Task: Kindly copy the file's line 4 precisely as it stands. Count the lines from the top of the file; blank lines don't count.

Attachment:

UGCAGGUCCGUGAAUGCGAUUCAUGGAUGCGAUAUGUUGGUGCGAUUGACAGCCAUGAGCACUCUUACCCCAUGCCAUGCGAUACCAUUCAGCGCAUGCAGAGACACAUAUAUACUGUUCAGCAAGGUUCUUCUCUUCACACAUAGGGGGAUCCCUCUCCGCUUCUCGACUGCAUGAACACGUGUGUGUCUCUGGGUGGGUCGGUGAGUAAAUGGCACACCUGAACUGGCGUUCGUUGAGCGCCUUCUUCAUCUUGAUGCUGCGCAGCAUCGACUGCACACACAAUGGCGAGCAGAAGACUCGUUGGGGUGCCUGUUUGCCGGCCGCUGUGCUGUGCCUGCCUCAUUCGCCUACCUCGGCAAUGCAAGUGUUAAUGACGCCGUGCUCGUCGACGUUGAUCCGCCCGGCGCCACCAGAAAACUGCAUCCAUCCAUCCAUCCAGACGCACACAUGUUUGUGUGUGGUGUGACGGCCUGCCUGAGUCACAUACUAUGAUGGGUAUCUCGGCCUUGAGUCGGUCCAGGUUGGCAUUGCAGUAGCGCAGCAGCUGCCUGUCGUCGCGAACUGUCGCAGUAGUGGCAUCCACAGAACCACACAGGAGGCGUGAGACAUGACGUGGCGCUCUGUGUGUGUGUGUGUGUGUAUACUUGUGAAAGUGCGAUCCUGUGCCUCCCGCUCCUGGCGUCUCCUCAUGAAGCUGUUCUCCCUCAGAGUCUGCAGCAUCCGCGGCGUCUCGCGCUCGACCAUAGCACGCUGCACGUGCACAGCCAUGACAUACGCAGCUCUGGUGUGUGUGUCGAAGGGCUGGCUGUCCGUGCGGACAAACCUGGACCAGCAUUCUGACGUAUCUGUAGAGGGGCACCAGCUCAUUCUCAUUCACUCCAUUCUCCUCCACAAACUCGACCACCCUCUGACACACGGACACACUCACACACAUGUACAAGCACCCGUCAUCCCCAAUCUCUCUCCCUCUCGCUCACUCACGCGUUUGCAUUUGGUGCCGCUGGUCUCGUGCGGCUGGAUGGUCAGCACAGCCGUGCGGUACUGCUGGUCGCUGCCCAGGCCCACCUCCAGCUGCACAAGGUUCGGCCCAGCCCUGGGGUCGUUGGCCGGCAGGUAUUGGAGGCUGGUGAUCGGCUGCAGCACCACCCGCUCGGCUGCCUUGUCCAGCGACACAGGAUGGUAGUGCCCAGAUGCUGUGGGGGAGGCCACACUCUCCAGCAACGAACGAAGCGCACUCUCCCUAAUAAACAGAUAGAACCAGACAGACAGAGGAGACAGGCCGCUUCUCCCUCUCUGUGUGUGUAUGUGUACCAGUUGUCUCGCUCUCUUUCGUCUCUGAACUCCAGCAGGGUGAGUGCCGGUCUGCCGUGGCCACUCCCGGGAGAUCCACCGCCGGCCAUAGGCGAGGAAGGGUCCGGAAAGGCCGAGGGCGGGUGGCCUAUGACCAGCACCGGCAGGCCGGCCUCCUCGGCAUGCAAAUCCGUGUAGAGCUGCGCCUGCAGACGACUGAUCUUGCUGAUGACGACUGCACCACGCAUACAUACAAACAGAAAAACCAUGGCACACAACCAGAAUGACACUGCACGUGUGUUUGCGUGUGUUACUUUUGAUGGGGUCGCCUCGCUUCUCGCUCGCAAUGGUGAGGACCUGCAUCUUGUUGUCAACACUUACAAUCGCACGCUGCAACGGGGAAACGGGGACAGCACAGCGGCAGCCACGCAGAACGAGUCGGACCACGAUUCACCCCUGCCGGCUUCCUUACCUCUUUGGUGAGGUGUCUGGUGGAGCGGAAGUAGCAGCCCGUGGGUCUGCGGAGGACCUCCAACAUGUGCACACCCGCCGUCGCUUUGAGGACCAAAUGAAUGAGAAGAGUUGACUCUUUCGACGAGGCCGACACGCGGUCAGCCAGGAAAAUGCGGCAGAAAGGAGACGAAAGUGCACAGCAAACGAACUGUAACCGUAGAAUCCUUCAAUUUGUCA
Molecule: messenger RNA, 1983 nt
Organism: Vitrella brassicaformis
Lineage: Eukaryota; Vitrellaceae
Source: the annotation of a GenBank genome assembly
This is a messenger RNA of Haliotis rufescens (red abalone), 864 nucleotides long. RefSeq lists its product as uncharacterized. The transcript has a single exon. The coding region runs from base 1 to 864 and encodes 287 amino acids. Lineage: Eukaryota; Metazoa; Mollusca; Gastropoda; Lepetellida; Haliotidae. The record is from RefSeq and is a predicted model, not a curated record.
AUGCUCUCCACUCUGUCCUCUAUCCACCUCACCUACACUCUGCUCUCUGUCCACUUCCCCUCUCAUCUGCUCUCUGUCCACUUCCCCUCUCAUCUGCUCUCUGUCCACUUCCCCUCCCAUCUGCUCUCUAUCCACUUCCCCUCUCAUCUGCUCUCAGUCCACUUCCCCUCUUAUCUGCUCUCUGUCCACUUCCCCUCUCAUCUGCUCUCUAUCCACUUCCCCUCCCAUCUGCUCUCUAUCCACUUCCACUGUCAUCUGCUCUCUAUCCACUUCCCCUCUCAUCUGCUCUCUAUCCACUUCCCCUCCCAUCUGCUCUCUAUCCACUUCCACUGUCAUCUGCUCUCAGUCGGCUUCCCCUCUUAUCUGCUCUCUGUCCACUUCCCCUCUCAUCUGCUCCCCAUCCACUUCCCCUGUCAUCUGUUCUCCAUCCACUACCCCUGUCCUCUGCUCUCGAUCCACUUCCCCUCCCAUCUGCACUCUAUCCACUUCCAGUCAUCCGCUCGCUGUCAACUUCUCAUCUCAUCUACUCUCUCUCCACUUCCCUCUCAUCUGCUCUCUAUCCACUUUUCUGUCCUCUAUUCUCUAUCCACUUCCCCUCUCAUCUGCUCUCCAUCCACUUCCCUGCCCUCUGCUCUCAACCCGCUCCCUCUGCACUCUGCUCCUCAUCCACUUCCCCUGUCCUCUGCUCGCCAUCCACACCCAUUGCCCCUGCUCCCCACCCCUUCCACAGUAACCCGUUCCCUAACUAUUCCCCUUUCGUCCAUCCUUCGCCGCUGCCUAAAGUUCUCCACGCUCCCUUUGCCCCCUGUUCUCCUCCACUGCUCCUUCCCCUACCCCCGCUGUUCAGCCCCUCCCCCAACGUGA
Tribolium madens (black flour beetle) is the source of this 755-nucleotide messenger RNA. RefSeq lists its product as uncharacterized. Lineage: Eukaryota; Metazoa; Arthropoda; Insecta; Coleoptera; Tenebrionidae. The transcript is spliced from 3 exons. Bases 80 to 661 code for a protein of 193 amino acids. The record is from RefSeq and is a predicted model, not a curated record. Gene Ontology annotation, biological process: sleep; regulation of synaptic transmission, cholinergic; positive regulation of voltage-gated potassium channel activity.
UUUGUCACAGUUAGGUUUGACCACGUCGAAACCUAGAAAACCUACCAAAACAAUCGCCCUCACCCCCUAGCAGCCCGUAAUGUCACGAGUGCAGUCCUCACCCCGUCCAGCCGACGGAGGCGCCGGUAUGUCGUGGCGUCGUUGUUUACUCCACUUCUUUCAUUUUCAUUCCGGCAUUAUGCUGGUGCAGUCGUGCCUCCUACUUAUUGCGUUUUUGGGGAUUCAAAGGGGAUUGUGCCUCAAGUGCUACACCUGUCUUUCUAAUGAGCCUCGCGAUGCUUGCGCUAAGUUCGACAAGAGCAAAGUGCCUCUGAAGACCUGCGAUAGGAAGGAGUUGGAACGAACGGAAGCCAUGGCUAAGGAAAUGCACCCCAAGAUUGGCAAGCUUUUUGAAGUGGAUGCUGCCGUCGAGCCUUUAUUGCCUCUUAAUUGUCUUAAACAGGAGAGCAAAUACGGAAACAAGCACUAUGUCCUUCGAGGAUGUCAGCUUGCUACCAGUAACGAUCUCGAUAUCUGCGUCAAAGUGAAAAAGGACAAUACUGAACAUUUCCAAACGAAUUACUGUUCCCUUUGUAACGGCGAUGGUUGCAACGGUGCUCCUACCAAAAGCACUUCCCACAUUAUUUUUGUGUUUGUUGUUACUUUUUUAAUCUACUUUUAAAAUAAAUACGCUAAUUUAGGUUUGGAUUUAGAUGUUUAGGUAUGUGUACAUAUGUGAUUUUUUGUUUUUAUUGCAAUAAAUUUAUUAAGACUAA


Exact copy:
Lineage: Eukaryota; Vitrellaceae